FullCost: Column -- Funding Innovation
How to keep up with the pace of change despite the pressures of daily business
copyright 2009 N. Dean Meyer and Associates Inc.
CIOs know that their organizations must keep up with rapidly evolving technologies as well as lead the enterprise in the discovery of strategic uses of IT. But with the daily pressures of business, many find there's just not enough time and money for innovation.
What happens to innovation projects? Clients need more than IT has resources to deliver. So staff divert time away from training and product research to fulfill clients' demands. There just aren't enough hours in the day to do both.
Also due to pressures on their time, IT staff rarely work with clients to discover innovative, strategic uses of information technology. The last thing staff want is more work, when they don't have time to satisfy current business requirements. Unfortunately, current requirements are rarely all that innovative. They tend to be "keep the business running" or "improve efficiencies" projects, not breakthrough opportunities that utilize IT to enable business strategies. Again, short-term needs displace innovation.
Like time, money is tight. For the few really important, large infrastructure investments, CIOs may acquire funding, often only after a significant investment of their personal time and "credibility chips" to sell these critical projects. But for smaller infrastructure investments, IT may turn to clients for funding, and they'd rather pay for projects that deliver near-term business results than spend their money positioning the IT organization for the future.
And we all know that when budgets are tight, training is the first thing to go. I call it "eating your seed corn." For lack of up-to-date skills, many IT organizations are forced to depend on external consultants and contractors to bring in needed new skills and technologies, while staff careers languish and the organization drifts slowly toward obsolescence.
It's not a lack of interest that impedes innovation projects. Time and money are the two constraints to innovation in most IT organizations. So the answer is to be found in the IT organization's funding and resource governance processes processes.
Three Types of Innovation
Innovation takes three distinct forms, and the funding channels differ for each. Distinguishing these three types of innovation is the first step toward designing resource governance processes that ensure a sustainable IT organization.
On the operations side of the IT organization, the word "innovation" connotes infrastructure enhancements. These range from simple additions to capacity to entirely new technologies and services.
Second, for all IT staff, innovation means the opportunity to learn new skills and explore new technologies. As the saying goes, it's "keeping your saw sharp."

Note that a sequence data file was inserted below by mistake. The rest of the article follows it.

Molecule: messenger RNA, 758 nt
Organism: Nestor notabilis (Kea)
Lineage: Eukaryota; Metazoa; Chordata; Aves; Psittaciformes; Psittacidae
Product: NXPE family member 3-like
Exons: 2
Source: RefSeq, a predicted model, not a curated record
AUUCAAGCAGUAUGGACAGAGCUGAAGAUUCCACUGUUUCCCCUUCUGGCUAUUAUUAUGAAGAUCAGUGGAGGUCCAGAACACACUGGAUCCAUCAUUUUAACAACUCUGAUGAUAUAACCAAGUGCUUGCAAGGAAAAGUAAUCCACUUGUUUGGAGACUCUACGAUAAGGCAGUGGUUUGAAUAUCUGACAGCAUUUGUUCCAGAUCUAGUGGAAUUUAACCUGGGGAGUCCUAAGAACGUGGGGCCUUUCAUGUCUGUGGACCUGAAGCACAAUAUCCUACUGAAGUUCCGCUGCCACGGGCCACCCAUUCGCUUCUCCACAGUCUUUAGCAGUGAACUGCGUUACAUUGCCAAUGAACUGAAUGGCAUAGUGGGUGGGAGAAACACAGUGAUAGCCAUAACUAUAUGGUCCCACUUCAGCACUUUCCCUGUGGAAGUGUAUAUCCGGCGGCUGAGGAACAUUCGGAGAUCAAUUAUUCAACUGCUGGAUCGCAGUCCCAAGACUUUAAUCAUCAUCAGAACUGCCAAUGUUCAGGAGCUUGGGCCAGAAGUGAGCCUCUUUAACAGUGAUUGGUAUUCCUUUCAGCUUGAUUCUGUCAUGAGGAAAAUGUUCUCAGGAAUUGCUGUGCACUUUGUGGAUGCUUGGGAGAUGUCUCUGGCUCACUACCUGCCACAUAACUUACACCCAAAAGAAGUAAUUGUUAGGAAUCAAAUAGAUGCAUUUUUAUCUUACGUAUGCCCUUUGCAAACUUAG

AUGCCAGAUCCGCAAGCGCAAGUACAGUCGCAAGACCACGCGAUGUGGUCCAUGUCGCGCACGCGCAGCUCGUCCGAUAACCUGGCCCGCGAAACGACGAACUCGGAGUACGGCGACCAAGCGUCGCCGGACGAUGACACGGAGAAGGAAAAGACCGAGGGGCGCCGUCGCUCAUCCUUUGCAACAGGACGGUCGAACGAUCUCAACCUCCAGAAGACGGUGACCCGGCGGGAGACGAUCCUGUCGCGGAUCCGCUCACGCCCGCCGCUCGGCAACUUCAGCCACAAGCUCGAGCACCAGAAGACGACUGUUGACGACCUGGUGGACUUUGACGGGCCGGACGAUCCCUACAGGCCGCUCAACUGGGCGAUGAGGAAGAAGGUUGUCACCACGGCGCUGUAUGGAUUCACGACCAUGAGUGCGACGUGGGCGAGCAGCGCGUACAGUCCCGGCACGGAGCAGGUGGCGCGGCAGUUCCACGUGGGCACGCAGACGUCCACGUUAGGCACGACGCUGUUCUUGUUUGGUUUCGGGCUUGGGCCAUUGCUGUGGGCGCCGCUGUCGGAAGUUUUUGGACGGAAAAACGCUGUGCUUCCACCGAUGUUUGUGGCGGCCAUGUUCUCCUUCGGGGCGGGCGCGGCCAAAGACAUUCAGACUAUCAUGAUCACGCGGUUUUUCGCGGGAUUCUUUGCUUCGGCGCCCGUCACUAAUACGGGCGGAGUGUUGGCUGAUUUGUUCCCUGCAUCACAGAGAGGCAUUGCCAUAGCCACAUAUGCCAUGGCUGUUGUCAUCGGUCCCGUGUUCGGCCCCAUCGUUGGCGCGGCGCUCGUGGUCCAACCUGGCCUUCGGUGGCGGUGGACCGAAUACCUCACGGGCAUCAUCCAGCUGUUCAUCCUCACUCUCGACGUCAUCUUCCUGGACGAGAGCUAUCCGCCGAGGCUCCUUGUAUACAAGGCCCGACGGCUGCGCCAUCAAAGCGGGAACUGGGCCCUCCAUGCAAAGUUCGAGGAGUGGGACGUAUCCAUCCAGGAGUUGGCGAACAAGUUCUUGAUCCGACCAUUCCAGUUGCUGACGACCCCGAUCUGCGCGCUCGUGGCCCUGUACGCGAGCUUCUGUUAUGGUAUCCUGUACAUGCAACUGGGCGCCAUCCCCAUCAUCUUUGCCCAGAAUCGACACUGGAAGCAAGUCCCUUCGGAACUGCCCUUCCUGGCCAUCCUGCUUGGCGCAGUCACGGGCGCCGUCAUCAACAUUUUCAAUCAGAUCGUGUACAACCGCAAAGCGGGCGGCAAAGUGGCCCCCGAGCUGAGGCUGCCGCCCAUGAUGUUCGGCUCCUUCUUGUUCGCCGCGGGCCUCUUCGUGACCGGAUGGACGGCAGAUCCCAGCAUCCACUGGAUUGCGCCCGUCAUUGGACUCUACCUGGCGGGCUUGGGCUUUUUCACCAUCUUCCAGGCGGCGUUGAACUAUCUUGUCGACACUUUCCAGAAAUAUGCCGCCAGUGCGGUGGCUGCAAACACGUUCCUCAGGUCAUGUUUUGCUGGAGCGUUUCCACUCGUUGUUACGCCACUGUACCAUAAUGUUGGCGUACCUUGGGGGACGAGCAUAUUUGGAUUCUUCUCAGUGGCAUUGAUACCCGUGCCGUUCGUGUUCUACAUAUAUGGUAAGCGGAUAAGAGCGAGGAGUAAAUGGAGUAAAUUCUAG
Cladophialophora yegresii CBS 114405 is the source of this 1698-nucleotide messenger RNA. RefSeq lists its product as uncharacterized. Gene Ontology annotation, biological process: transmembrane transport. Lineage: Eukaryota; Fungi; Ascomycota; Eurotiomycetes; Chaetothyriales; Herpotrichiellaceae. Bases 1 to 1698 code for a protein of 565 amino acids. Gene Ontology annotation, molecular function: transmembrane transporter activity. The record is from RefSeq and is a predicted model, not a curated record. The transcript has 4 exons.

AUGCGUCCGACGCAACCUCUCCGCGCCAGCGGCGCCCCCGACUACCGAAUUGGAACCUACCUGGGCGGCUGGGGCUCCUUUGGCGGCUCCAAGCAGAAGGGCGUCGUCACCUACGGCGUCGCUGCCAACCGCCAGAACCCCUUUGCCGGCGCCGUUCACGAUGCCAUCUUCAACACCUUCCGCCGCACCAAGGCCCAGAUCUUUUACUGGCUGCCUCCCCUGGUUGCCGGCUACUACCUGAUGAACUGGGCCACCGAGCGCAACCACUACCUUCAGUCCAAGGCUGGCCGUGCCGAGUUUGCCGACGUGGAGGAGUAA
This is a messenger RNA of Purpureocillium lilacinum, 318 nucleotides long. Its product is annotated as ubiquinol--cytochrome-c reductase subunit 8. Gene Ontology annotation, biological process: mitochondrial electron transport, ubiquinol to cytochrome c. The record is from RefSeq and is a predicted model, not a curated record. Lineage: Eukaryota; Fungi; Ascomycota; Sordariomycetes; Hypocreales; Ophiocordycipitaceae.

The third type of innovation is not a matter of new technologies, but rather is discovering inventive uses of technology to leverage clients' businesses. These strategic opportunities take an investment of time to discover, and a willingness to take risks to implement.
Infrastructure enhancements, the first form of innovation, can be divided into two categories: ongoing replacements of aging equipment and minor capacity expansions; and major investments in new technologies and services. Both require time and money. Where are resources to come from?
One large company funded data center capacity by building the price of a new server into each application proposal. In their eyes, this accomplished two things. It incorporate a portion of the life-cycle costs of ownership into the ROI analysis of the project (albeit only a portion). And it induced clients to defend funding for IT infrastructure.
When I visited them, I saw nearly 300 servers running, with a single application on each and all severely underutilized. A study revealed huge savings attainable through server consolidation. But the clients said, "That's my server. I paid for it. Don't touch it!"
Clients had a right to feel that way. It's inappropriate for IT to expect clients to fund its infrastructure. Imagine if you signed up for an internet service and the provider sent you a bill that demanded $25 for the monthly service fee plus $2000 for a new server!
How does the real world work? The provider goes to the bank with a business plan based on market demand, and borrows the money for infrastructure. They pay that loan back, the equivalent of depreciation (and, in the real world, interest). These mortgage payments (not the initial capital) are built into the cost of the service.
IT departments also need a bank. I call it "venture funding." Capital for infrastructure should not be decided by clients, and certainly not on an application-by-application basis. Instead, IT should present a proposal for funding based on an enterprise capacity plan. Depreciation costs are then built into the cost of services, which in turn are part of the life-cycle ROI equation for applications.